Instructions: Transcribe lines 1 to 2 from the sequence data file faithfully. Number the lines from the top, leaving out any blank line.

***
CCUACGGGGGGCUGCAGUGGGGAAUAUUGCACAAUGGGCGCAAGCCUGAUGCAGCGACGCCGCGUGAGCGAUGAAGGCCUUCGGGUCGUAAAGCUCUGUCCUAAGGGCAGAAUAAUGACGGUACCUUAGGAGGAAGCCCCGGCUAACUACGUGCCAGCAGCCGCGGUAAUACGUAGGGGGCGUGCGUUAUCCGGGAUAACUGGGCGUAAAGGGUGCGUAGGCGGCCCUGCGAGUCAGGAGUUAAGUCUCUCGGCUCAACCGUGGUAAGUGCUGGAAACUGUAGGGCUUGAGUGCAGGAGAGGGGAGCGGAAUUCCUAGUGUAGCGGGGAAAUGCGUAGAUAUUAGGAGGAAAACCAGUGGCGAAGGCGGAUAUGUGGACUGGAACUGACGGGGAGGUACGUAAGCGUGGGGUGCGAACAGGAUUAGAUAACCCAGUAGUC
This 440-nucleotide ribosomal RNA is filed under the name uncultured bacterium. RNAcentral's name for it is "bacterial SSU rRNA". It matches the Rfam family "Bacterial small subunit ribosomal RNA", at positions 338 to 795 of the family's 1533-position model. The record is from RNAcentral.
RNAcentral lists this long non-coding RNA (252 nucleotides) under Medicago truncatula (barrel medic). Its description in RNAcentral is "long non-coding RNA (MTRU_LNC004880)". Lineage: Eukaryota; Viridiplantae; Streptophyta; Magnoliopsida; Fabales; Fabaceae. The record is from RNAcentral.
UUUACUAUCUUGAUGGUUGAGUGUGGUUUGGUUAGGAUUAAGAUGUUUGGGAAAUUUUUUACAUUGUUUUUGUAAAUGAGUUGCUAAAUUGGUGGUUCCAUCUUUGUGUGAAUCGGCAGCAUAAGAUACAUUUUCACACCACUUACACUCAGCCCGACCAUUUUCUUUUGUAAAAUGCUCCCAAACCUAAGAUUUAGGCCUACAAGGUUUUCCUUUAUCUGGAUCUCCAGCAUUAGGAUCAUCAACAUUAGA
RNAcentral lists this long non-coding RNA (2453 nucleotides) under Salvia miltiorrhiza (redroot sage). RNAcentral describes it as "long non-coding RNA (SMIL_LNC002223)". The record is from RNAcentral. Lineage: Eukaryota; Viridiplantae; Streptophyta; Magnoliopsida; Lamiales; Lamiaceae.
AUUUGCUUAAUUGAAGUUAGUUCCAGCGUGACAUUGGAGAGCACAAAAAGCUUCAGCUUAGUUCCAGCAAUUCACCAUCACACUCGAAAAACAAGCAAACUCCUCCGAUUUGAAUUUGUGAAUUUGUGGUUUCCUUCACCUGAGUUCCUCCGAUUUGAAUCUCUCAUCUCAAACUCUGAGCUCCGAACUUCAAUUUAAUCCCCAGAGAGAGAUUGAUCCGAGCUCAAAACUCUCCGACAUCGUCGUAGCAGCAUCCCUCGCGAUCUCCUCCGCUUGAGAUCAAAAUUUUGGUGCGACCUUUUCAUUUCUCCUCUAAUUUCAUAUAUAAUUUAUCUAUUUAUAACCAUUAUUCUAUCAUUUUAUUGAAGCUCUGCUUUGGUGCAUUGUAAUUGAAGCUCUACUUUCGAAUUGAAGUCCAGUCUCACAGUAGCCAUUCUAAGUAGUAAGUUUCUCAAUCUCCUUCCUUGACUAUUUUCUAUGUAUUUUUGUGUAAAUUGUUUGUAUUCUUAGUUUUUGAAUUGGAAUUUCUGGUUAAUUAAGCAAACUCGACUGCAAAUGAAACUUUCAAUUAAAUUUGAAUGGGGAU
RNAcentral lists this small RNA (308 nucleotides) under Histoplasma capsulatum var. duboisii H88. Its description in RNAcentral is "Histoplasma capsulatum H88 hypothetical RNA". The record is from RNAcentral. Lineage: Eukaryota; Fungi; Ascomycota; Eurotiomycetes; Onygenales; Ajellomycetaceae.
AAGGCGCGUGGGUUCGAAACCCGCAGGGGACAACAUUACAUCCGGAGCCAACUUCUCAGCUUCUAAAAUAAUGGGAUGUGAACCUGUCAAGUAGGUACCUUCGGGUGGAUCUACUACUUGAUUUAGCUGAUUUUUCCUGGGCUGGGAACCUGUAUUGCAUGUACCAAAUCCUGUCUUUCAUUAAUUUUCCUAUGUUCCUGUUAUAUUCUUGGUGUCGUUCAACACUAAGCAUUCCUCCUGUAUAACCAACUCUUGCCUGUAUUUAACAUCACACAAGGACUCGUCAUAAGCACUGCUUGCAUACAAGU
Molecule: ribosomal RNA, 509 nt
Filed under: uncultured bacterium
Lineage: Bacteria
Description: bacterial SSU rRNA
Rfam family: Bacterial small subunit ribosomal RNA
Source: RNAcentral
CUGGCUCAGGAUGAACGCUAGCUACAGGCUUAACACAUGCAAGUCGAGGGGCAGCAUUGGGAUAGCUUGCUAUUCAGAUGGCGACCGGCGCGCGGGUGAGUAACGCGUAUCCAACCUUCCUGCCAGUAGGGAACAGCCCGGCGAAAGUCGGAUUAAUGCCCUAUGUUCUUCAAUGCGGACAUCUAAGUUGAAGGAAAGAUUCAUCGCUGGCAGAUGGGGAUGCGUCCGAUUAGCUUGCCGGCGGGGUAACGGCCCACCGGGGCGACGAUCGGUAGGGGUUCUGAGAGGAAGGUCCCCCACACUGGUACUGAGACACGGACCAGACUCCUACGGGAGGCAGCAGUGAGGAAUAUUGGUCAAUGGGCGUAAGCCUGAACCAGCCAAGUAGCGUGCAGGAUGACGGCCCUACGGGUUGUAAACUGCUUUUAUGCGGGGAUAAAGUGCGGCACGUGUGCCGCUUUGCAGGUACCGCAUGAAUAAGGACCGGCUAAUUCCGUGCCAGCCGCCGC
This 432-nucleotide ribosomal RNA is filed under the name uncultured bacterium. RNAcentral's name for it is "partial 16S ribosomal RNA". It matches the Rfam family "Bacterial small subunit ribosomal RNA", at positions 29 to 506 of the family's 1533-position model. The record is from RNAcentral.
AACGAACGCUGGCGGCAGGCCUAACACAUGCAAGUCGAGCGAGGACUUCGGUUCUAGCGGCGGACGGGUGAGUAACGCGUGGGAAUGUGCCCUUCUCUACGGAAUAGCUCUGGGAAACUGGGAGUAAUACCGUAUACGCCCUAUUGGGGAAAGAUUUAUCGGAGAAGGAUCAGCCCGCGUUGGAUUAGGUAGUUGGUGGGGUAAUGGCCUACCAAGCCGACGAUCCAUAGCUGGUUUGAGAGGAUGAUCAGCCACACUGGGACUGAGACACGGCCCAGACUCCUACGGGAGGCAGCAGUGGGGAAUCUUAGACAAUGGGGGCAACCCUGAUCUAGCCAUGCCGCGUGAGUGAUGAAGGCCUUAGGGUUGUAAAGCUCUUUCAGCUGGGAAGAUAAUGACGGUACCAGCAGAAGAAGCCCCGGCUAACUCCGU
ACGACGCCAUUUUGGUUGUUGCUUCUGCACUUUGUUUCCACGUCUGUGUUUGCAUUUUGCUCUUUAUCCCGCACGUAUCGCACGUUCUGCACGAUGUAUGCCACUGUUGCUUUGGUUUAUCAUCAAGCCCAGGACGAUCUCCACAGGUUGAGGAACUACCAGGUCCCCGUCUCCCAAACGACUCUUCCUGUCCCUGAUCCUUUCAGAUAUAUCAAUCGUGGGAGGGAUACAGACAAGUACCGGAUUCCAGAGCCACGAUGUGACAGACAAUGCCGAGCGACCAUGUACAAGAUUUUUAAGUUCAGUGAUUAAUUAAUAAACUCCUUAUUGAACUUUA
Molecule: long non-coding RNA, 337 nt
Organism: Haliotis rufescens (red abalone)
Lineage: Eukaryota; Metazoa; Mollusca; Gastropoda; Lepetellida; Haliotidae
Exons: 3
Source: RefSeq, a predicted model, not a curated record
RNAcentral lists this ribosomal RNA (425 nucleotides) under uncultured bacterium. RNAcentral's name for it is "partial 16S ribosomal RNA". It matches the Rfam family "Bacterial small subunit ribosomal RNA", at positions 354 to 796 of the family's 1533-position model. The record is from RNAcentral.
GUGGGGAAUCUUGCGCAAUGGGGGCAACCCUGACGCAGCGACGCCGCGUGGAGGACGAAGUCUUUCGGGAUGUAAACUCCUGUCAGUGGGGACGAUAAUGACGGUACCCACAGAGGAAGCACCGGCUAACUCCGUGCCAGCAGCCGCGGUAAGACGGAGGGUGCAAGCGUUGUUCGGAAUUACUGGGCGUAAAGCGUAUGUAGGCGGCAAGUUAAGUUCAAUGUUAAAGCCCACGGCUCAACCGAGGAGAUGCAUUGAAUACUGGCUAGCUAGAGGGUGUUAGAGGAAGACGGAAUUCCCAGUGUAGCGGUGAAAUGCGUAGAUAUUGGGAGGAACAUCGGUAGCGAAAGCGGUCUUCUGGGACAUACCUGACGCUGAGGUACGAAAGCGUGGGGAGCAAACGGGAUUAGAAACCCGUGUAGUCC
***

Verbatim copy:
CCUACGGGGGGCUGCAGUGGGGAAUAUUGCACAAUGGGCGCAAGCCUGAUGCAGCGACGCCGCGUGAGCGAUGAAGGCCUUCGGGUCGUAAAGCUCUGUCCUAAGGGCAGAAUAAUGACGGUACCUUAGGAGGAAGCCCCGGCUAACUACGUGCCAGCAGCCGCGGUAAUACGUAGGGGGCGUGCGUUAUCCGGGAUAACUGGGCGUAAAGGGUGCGUAGGCGGCCCUGCGAGUCAGGAGUUAAGUCUCUCGGCUCAACCGUGGUAAGUGCUGGAAACUGUAGGGCUUGAGUGCAGGAGAGGGGAGCGGAAUUCCUAGUGUAGCGGGGAAAUGCGUAGAUAUUAGGAGGAAAACCAGUGGCGAAGGCGGAUAUGUGGACUGGAACUGACGGGGAGGUACGUAAGCGUGGGGUGCGAACAGGAUUAGAUAACCCAGUAGUC
This 440-nucleotide ribosomal RNA is filed under the name uncultured bacterium. RNAcentral's name for it is "bacterial SSU rRNA". It matches the Rfam family "Bacterial small subunit ribosomal RNA", at positions 338 to 795 of the family's 1533-position model. The record is from RNAcentral.